Asian pears bear delicious fruit with a crisp, juicy bite, and flavors that range from mild and melon-like to sweet caramel and butterscotch.
Distinct in flavor and shape from their European cousins, the fruit has a rounded appearance like an apple and skins can be rough or smooth, with colors ranging from creamy pink, pale green, and yellow to bronze and russet, depending on the type.
Also different from European varieties, Asian pears are allowed to ripen on the branch from late summer to mid-autumn, and don’t require conditioning in cold storage before eating.
Many commercially available cultivars are dwarf or semi-dwarf in size, and work nicely in small gardens. They also have low chill hour requirements, making them suitable for growing in areas with mild winters.
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Asian pear trees are loaded with lightly fragrant, pretty white blossoms in spring and finish off the season with a vivid fall display when the foliage turns intense shades of orange, red, and yellow.
Beautiful and productive, with three full seasons of interest and a handsome winter silhouette, many also have good disease resistance for easy care and maintenance – a winning combination of traits by any standard!
Now, let’s have a look at nine of the best Asian pear varieties for the home garden.
Here’s what’s ahead:
9 of the Best Asian Pear Varieties
Asian pears, Pyrus pyrifolia, also known as apple, Chinese, or sand pears, are highly aromatic and tasty, and available in two different forms.
The smooth-skinned varieties typically have green or yellow skin, and a mild, sometimes melon-like or floral, sweet flavor.
The rough-skinned varieties have bronze, brown, or russet skin with a full pear flavor, often marked by sweet tones of brown sugar, butterscotch, or caramel.
Delicious when eaten raw for dessert or a snack, in salads, and with cheese or nut trays, they’re also used in jams and sauces, or steamed. A popular ingredient in marinades, the enzyme calpain that they contain tenderizes proteins.
Asian pears are ripened on the tree, and are ready for harvest when the flesh is still firm and skins take on mature colors.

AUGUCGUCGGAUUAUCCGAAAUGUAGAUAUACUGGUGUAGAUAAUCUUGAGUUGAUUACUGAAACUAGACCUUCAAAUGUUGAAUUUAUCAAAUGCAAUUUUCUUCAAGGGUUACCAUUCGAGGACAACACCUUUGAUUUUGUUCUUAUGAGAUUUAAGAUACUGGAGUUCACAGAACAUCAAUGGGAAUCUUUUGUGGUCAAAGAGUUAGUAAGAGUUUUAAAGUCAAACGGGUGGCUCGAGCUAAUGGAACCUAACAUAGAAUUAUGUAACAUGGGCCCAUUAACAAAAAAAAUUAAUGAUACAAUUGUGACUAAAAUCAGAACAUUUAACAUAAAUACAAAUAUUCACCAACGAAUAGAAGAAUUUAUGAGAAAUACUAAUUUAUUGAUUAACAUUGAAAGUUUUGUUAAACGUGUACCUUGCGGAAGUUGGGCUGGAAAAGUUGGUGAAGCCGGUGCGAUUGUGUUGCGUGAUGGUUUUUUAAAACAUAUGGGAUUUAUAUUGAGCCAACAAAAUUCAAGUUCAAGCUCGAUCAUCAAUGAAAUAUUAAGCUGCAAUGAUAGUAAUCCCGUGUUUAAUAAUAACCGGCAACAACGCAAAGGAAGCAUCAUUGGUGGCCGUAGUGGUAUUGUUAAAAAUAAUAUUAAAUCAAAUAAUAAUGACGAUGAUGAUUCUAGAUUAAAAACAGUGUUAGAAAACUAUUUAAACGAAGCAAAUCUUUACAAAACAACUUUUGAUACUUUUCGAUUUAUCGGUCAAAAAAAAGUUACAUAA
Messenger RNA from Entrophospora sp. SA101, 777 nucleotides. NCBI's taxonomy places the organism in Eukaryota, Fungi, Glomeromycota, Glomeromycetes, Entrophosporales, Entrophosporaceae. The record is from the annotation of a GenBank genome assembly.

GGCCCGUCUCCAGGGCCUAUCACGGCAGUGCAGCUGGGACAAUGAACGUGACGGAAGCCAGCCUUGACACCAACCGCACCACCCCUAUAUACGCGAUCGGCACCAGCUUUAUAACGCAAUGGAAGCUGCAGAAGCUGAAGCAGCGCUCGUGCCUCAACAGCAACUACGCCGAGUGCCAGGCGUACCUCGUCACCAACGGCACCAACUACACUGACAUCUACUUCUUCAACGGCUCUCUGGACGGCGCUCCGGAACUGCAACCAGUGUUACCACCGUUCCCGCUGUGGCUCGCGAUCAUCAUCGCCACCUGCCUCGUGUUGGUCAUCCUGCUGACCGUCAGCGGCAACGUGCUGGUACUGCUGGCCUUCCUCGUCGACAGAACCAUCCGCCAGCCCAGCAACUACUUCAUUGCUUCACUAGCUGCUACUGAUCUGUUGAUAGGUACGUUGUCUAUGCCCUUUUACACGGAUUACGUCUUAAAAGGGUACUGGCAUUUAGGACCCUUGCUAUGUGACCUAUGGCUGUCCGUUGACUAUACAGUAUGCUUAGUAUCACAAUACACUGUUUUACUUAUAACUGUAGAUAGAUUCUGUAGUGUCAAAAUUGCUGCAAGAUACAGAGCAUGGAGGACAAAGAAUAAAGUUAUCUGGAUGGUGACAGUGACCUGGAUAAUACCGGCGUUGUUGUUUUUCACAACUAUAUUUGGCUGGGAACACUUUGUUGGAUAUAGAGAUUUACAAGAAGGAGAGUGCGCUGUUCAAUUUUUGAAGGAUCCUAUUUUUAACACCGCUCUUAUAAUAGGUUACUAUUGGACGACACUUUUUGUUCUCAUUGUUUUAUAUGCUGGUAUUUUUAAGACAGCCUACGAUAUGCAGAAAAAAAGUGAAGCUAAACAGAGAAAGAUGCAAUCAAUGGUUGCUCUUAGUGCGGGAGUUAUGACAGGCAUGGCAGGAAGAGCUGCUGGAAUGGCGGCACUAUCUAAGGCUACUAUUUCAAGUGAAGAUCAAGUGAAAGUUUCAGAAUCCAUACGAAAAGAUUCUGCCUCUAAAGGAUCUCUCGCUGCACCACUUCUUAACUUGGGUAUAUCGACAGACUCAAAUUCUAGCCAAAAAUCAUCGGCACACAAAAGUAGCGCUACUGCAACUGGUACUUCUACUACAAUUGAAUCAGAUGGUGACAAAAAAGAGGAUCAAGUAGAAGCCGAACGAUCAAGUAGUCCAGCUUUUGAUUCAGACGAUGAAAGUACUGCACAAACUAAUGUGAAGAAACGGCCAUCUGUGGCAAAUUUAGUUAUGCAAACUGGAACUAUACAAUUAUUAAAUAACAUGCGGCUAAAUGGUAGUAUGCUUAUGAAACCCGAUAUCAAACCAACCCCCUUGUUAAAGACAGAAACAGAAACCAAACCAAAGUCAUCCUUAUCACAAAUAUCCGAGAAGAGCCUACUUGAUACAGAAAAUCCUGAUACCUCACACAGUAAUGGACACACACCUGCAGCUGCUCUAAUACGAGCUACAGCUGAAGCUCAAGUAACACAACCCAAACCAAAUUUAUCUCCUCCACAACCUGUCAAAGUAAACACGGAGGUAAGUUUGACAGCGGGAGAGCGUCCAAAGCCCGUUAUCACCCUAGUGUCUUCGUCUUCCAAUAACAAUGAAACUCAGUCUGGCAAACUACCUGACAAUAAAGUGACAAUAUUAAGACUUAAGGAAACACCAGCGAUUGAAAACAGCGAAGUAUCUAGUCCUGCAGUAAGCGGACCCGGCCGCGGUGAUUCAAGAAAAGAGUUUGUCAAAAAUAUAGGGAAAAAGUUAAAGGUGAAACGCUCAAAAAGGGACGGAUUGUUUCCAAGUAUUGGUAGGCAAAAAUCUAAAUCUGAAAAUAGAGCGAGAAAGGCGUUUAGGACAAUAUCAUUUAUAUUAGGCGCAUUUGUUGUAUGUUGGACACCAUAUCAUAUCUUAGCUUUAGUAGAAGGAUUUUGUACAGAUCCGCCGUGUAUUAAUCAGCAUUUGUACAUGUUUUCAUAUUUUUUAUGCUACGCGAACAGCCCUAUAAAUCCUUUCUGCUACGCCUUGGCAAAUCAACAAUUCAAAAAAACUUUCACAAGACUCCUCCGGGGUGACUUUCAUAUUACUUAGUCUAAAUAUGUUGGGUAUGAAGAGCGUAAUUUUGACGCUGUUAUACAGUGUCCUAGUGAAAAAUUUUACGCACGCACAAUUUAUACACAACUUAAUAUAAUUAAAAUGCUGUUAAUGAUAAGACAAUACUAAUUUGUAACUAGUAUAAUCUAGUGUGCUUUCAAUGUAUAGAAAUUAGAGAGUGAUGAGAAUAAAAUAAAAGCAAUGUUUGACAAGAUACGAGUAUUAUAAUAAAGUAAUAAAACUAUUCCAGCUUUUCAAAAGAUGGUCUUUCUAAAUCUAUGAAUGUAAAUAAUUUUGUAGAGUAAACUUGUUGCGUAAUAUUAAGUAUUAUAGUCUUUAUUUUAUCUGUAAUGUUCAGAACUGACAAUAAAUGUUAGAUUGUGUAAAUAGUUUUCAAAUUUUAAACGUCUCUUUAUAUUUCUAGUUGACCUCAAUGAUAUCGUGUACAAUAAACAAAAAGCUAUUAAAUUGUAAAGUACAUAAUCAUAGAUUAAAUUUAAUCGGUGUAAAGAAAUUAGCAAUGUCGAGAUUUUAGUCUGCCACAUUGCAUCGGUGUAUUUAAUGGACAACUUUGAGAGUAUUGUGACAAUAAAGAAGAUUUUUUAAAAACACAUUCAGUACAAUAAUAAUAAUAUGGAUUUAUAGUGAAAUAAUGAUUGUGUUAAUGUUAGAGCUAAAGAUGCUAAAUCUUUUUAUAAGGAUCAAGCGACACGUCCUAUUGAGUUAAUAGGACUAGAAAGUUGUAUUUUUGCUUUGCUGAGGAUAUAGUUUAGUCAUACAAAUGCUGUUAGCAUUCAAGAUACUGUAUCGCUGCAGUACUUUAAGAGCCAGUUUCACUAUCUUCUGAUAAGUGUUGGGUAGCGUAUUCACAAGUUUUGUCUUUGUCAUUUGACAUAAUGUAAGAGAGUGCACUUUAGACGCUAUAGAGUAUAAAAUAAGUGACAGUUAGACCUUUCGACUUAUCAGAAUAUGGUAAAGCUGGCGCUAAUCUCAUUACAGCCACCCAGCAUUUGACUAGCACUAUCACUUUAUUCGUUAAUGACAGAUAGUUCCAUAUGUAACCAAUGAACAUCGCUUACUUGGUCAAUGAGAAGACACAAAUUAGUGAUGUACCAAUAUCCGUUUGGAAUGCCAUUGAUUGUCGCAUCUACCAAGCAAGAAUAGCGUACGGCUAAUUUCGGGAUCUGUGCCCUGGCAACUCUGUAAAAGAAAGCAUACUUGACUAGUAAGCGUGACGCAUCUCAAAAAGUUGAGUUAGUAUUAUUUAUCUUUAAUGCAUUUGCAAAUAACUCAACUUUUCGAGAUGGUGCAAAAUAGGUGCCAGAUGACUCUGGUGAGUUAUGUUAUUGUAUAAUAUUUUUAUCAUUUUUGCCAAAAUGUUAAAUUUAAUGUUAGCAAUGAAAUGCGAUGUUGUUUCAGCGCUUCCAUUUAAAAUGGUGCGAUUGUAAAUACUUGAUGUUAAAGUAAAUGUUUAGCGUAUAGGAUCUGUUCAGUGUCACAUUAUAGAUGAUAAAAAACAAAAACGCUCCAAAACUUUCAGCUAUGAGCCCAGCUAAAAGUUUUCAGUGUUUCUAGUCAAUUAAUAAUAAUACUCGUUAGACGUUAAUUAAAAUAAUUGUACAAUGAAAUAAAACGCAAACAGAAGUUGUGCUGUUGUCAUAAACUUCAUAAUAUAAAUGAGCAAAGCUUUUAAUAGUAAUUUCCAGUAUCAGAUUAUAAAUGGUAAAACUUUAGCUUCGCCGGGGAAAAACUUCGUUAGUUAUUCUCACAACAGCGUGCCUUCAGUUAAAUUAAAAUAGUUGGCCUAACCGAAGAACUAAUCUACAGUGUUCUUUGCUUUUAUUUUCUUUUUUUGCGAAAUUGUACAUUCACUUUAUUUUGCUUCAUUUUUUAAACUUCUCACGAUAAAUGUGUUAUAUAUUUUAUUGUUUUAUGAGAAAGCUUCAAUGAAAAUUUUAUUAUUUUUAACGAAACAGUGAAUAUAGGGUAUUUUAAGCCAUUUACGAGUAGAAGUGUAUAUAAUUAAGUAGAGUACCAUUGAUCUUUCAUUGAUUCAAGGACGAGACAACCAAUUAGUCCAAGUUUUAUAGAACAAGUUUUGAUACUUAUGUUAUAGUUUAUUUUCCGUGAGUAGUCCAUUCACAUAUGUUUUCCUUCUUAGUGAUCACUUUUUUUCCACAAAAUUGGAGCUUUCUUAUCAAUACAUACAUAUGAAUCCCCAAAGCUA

The average storage life for the harvested fruit is two to three months, although a few cultivars like ‘Olympic Giant’ and ‘Shinseki’ can last for several months in the right environment. For storage, the ideal conditions are 32°F with a relative humidity of 90 to 95 percent.
Most varieties of Asian pear are self-pollinating and produce adequate crops when planted on their own. But all benefit from cross-pollination and produce greater yields when planted with other pear trees with the same bloom time.
And they have low chill hour requirements of only 350 to 500 hours at 45°F or lower, which makes them a good choice in areas with mild winters.
You can find all the cultivation and pollination details you’ll need in our guide to planting and growing Asian pear trees.
Breeders are constantly developing new cultivars of this delicious fruit to develop distinct flavors, greater yields, and improved disease resistance.
Join us as we take a look at nine of the best Asian pear cultivars for the home garden.
1. 20th Century
Also known as ‘Nijisseiki,’ ‘20th Century’ is highly popular for its abundance of juicy fruit and ornamental, multi-season interest.
The attractive, midsized fruit is golden yellow with a hint of rosy blush, and has a crisp texture and mild flavor.
Before the leaves show, branches are covered in clusters of showy white blossoms. Fruit is harvested beginning in early August, and in autumn, the glossy green leaves turn a vibrant orangey-red.
The pyramid shaped trees reach a height of 12 to 18 feet, and spread 12 to 15 feet. They are hardy in USDA Hardiness Zones 5 to 9.
These are self-fertile but deliver a greater crop when cross-pollinated with other varieties with the same midseason bloom time. A good keeper, fruits store well for four to five months in cold storage at 32°F.
Container trees are available at Nature Hills Nursery.
A favorite of the home gardener, ‘Chojuro’ has firm, gold-to-russet fruit with a luscious crunch and the distinctive, sweet flavor of butterscotch.
This type of Asian pear has a midseason bloom time, producing beautiful clusters of creamy white blossoms. In fall, the leaves are brilliant in shades of crimson and deep orange.
The fruit ripens on the branch in late August to mid-September, and these pomes have a long storage life of up to six months in refrigeration.
‘Chojuro’ grows in a rounded, upright form and reaches a mature height of 12 feet with a spread of up to eight feet. It’s hardy in Zones 5 to 8.
Self-pollinating, this variety will produce a greater crop of pears when cross-pollinated with others that share the same bloom time, such as ‘20th Century.’
Bare root trees are available at Nature Hills Nursery.
3. Drippin’ Honey
‘Drippin’ Honey’ is a beautiful cultivar with large, lightly russeted amber-gold fruits with creamy white flesh that has a crisp texture and a delightful honey-sweet flavor.
A heavy producer, clouds of white blossoms flower in early to mid-season, and the pears are harvested in October. The waxy green leaves put on a pretty autumn display in shades of orange and red.
Easy to care for, with good resistance to fire blight, the rounded trees reach a mature height of 16 to 20 feet with a 16-foot spread. ‘Drippin’ Honey’ is hardy in Zones 5 to 8.